Tips for Talking to Teens about Cannabis: Moving Beyond Fear-Based Approaches

Canada celebrates the fifth anniversary of recreational cannabis legalization. Although rates of youth cannabis use have not significantly changed since legalization, young Canadians still have some of the highest cannabis use rates in the world. As the legal status changes, parents, teachers, and mentors seek to have more comprehensive conversations with teens about cannabis. Here are three tips to keep in mind when starting these conversations.

Avoid Fear-Based Approaches. Drug education in the past took a “scared straight” approach, using fear-based techniques to exaggerate the potential harms of substance use. However, recent research has shown that these approaches are largely ineffective in promoting safe behaviours around recreational substances. Teens are exposed to two sources of information – what they are told and what they see, hear, and experience. When only the harms of cannabis use are conveyed or exaggerated, our message loses credibility when teens see evidence to the contrary. Providing accurate, balanced, evidence-based information is crucial when discussing cannabis use with teens to prevent risky substance use behaviours.

Nonjudgmental Discussion. Teens may avoid discussing substance use with adults due to fear of judgment or punishment, leading them to rely on inaccurate or misinterpreted information sources. Offering a non-judgmental and respectful space for conversation can help ensure teens feel safe coming to adults with their questions or concerns. However, it’s essential to follow through on what has been promised. Encouraging honesty but reacting negatively to disclosures may cause teens to lose trust and prevent them from being honest in future discussions.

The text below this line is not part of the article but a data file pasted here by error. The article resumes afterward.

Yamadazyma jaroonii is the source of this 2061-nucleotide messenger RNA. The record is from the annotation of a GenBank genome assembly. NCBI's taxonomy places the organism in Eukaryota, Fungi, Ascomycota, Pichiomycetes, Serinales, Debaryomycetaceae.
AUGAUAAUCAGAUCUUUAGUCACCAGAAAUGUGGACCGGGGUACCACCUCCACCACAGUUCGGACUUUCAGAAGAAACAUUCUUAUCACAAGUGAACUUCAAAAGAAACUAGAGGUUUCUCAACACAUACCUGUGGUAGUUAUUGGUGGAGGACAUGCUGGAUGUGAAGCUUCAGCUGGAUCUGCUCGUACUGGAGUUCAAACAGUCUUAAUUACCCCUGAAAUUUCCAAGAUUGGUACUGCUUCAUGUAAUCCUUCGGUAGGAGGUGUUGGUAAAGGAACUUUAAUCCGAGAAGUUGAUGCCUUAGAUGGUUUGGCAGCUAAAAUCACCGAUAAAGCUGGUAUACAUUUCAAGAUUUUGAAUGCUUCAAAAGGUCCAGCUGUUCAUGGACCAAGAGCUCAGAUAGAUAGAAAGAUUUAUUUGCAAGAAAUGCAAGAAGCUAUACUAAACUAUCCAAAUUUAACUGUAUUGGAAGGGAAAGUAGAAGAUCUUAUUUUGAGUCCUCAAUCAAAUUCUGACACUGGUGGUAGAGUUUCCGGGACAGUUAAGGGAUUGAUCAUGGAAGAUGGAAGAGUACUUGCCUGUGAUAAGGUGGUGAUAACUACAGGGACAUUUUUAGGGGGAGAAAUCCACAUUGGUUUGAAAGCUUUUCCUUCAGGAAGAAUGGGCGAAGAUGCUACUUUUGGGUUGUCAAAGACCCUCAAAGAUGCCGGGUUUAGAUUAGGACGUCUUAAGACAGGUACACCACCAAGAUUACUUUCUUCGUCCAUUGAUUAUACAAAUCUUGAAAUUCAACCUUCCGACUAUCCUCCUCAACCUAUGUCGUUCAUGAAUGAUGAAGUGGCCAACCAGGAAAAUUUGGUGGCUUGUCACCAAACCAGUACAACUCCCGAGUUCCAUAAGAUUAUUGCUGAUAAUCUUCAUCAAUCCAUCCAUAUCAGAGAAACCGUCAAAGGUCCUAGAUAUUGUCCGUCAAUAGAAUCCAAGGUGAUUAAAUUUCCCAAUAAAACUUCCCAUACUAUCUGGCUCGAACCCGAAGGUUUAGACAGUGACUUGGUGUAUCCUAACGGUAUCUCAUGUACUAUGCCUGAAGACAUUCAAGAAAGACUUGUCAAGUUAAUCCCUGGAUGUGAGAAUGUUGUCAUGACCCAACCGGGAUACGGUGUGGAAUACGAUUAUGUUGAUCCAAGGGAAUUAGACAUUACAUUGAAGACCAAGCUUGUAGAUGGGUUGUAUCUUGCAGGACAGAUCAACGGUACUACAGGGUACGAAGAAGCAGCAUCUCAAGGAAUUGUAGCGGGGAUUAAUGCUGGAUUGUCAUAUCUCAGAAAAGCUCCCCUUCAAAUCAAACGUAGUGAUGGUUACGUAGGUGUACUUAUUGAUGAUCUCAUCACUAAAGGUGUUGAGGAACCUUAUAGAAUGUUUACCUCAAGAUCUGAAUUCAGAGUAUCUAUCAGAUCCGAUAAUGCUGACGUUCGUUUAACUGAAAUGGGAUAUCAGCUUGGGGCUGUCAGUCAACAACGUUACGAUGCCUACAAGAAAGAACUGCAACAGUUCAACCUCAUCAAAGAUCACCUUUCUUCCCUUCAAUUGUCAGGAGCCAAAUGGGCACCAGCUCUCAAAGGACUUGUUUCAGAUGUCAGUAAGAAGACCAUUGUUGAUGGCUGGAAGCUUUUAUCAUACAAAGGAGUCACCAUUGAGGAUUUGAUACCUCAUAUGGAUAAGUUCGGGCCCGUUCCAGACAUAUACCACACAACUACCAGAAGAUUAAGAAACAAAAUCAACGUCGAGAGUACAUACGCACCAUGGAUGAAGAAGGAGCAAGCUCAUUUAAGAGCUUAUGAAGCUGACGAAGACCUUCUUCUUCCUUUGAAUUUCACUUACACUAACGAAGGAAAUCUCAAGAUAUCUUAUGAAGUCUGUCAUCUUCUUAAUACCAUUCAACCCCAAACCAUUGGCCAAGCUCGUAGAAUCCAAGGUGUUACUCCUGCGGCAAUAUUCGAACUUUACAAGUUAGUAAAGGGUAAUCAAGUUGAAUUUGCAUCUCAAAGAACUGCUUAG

Aim to Reduce the Harm. About half of Canadian youth have tried cannabis at least once, so it’s essential to have balanced conversations about it that include safety information. Abstinence-only talks aren’t helpful for those who have tried it and can leave them vulnerable without information on minimizing potential harm. The Sensible Cannabis Education Toolkit for Educating Youth is a helpful resource that summarizes current research and provides a guide to talking with youth. It includes harm-reduction strategies, evidence-based information, and age-appropriate conversations.

The toolkit is available for free download in English, French, Spanish, Punjabi, and Mandarin at

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